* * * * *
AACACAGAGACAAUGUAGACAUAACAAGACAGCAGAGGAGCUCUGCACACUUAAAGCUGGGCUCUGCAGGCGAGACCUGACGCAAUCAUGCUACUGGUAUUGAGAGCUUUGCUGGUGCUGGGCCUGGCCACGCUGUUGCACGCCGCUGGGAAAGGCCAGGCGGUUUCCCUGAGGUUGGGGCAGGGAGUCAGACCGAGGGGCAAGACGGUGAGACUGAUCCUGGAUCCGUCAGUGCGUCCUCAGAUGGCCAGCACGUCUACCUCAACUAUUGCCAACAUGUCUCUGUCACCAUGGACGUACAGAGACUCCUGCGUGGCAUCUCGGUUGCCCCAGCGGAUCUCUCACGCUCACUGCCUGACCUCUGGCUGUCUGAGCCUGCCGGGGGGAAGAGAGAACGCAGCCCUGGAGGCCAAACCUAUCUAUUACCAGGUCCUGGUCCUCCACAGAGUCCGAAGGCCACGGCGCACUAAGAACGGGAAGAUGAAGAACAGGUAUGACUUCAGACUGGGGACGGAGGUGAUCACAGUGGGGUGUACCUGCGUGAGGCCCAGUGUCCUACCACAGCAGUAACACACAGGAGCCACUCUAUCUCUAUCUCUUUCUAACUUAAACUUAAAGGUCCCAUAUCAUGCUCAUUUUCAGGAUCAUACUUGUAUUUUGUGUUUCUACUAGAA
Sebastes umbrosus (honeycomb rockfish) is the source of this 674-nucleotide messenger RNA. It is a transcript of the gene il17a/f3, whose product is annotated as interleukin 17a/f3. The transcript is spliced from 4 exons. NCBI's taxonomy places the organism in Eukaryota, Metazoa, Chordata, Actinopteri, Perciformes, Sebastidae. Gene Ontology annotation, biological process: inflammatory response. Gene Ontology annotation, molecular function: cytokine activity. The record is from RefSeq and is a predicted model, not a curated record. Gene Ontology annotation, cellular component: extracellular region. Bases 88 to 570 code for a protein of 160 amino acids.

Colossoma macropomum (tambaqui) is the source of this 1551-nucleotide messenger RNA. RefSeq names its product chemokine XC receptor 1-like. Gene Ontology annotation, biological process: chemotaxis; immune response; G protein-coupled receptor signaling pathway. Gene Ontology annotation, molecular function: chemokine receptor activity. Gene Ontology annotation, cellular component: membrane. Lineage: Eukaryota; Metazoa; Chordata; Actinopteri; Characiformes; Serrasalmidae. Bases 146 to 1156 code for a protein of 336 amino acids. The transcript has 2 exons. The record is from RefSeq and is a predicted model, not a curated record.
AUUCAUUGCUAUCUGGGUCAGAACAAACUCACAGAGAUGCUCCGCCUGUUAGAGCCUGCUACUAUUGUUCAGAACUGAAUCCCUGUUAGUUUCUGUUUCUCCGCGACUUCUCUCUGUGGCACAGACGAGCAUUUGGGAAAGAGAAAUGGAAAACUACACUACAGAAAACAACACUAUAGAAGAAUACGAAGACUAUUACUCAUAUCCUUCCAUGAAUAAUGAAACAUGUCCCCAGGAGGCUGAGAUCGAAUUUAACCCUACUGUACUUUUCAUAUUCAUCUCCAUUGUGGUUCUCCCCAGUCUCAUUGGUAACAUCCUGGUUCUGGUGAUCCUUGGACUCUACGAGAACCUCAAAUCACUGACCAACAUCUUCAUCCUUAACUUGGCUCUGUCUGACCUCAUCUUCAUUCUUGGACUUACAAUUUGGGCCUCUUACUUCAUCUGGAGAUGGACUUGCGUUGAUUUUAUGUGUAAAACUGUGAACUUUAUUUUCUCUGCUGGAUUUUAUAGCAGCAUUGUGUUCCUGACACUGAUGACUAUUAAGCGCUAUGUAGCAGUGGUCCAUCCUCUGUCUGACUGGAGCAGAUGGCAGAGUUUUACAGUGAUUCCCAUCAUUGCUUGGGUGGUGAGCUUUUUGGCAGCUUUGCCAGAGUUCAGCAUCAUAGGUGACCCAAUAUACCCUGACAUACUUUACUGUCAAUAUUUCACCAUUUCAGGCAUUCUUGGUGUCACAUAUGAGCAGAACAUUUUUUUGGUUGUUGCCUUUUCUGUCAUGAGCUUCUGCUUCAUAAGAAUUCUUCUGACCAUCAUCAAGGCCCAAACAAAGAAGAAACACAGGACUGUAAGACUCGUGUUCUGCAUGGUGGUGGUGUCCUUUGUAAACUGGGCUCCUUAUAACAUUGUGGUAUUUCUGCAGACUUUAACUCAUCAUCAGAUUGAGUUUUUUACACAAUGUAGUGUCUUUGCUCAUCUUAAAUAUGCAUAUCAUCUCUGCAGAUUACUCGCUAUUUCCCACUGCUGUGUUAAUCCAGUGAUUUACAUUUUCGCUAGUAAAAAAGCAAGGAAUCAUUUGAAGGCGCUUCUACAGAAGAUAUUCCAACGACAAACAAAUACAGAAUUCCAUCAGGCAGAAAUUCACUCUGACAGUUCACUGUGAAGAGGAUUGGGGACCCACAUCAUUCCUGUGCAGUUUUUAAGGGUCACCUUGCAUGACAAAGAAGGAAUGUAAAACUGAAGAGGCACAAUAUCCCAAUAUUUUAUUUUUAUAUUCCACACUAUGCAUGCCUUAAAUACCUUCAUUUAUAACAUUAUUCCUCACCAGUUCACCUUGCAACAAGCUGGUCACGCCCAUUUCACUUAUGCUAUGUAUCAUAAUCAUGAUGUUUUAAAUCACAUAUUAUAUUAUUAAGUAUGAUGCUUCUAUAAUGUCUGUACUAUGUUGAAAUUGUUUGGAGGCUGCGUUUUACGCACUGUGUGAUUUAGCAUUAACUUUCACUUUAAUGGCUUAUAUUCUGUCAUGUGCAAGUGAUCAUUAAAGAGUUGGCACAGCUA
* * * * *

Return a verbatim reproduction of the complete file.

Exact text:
AACACAGAGACAAUGUAGACAUAACAAGACAGCAGAGGAGCUCUGCACACUUAAAGCUGGGCUCUGCAGGCGAGACCUGACGCAAUCAUGCUACUGGUAUUGAGAGCUUUGCUGGUGCUGGGCCUGGCCACGCUGUUGCACGCCGCUGGGAAAGGCCAGGCGGUUUCCCUGAGGUUGGGGCAGGGAGUCAGACCGAGGGGCAAGACGGUGAGACUGAUCCUGGAUCCGUCAGUGCGUCCUCAGAUGGCCAGCACGUCUACCUCAACUAUUGCCAACAUGUCUCUGUCACCAUGGACGUACAGAGACUCCUGCGUGGCAUCUCGGUUGCCCCAGCGGAUCUCUCACGCUCACUGCCUGACCUCUGGCUGUCUGAGCCUGCCGGGGGGAAGAGAGAACGCAGCCCUGGAGGCCAAACCUAUCUAUUACCAGGUCCUGGUCCUCCACAGAGUCCGAAGGCCACGGCGCACUAAGAACGGGAAGAUGAAGAACAGGUAUGACUUCAGACUGGGGACGGAGGUGAUCACAGUGGGGUGUACCUGCGUGAGGCCCAGUGUCCUACCACAGCAGUAACACACAGGAGCCACUCUAUCUCUAUCUCUUUCUAACUUAAACUUAAAGGUCCCAUAUCAUGCUCAUUUUCAGGAUCAUACUUGUAUUUUGUGUUUCUACUAGAA
Sebastes umbrosus (honeycomb rockfish) is the source of this 674-nucleotide messenger RNA. It is a transcript of the gene il17a/f3, whose product is annotated as interleukin 17a/f3. The transcript is spliced from 4 exons. NCBI's taxonomy places the organism in Eukaryota, Metazoa, Chordata, Actinopteri, Perciformes, Sebastidae. Gene Ontology annotation, biological process: inflammatory response. Gene Ontology annotation, molecular function: cytokine activity. The record is from RefSeq and is a predicted model, not a curated record. Gene Ontology annotation, cellular component: extracellular region. Bases 88 to 570 code for a protein of 160 amino acids.

Colossoma macropomum (tambaqui) is the source of this 1551-nucleotide messenger RNA. RefSeq names its product chemokine XC receptor 1-like. Gene Ontology annotation, biological process: chemotaxis; immune response; G protein-coupled receptor signaling pathway. Gene Ontology annotation, molecular function: chemokine receptor activity. Gene Ontology annotation, cellular component: membrane. Lineage: Eukaryota; Metazoa; Chordata; Actinopteri; Characiformes; Serrasalmidae. Bases 146 to 1156 code for a protein of 336 amino acids. The transcript has 2 exons. The record is from RefSeq and is a predicted model, not a curated record.
AUUCAUUGCUAUCUGGGUCAGAACAAACUCACAGAGAUGCUCCGCCUGUUAGAGCCUGCUACUAUUGUUCAGAACUGAAUCCCUGUUAGUUUCUGUUUCUCCGCGACUUCUCUCUGUGGCACAGACGAGCAUUUGGGAAAGAGAAAUGGAAAACUACACUACAGAAAACAACACUAUAGAAGAAUACGAAGACUAUUACUCAUAUCCUUCCAUGAAUAAUGAAACAUGUCCCCAGGAGGCUGAGAUCGAAUUUAACCCUACUGUACUUUUCAUAUUCAUCUCCAUUGUGGUUCUCCCCAGUCUCAUUGGUAACAUCCUGGUUCUGGUGAUCCUUGGACUCUACGAGAACCUCAAAUCACUGACCAACAUCUUCAUCCUUAACUUGGCUCUGUCUGACCUCAUCUUCAUUCUUGGACUUACAAUUUGGGCCUCUUACUUCAUCUGGAGAUGGACUUGCGUUGAUUUUAUGUGUAAAACUGUGAACUUUAUUUUCUCUGCUGGAUUUUAUAGCAGCAUUGUGUUCCUGACACUGAUGACUAUUAAGCGCUAUGUAGCAGUGGUCCAUCCUCUGUCUGACUGGAGCAGAUGGCAGAGUUUUACAGUGAUUCCCAUCAUUGCUUGGGUGGUGAGCUUUUUGGCAGCUUUGCCAGAGUUCAGCAUCAUAGGUGACCCAAUAUACCCUGACAUACUUUACUGUCAAUAUUUCACCAUUUCAGGCAUUCUUGGUGUCACAUAUGAGCAGAACAUUUUUUUGGUUGUUGCCUUUUCUGUCAUGAGCUUCUGCUUCAUAAGAAUUCUUCUGACCAUCAUCAAGGCCCAAACAAAGAAGAAACACAGGACUGUAAGACUCGUGUUCUGCAUGGUGGUGGUGUCCUUUGUAAACUGGGCUCCUUAUAACAUUGUGGUAUUUCUGCAGACUUUAACUCAUCAUCAGAUUGAGUUUUUUACACAAUGUAGUGUCUUUGCUCAUCUUAAAUAUGCAUAUCAUCUCUGCAGAUUACUCGCUAUUUCCCACUGCUGUGUUAAUCCAGUGAUUUACAUUUUCGCUAGUAAAAAAGCAAGGAAUCAUUUGAAGGCGCUUCUACAGAAGAUAUUCCAACGACAAACAAAUACAGAAUUCCAUCAGGCAGAAAUUCACUCUGACAGUUCACUGUGAAGAGGAUUGGGGACCCACAUCAUUCCUGUGCAGUUUUUAAGGGUCACCUUGCAUGACAAAGAAGGAAUGUAAAACUGAAGAGGCACAAUAUCCCAAUAUUUUAUUUUUAUAUUCCACACUAUGCAUGCCUUAAAUACCUUCAUUUAUAACAUUAUUCCUCACCAGUUCACCUUGCAACAAGCUGGUCACGCCCAUUUCACUUAUGCUAUGUAUCAUAAUCAUGAUGUUUUAAAUCACAUAUUAUAUUAUUAAGUAUGAUGCUUCUAUAAUGUCUGUACUAUGUUGAAAUUGUUUGGAGGCUGCGUUUUACGCACUGUGUGAUUUAGCAUUAACUUUCACUUUAAUGGCUUAUAUUCUGUCAUGUGCAAGUGAUCAUUAAAGAGUUGGCACAGCUA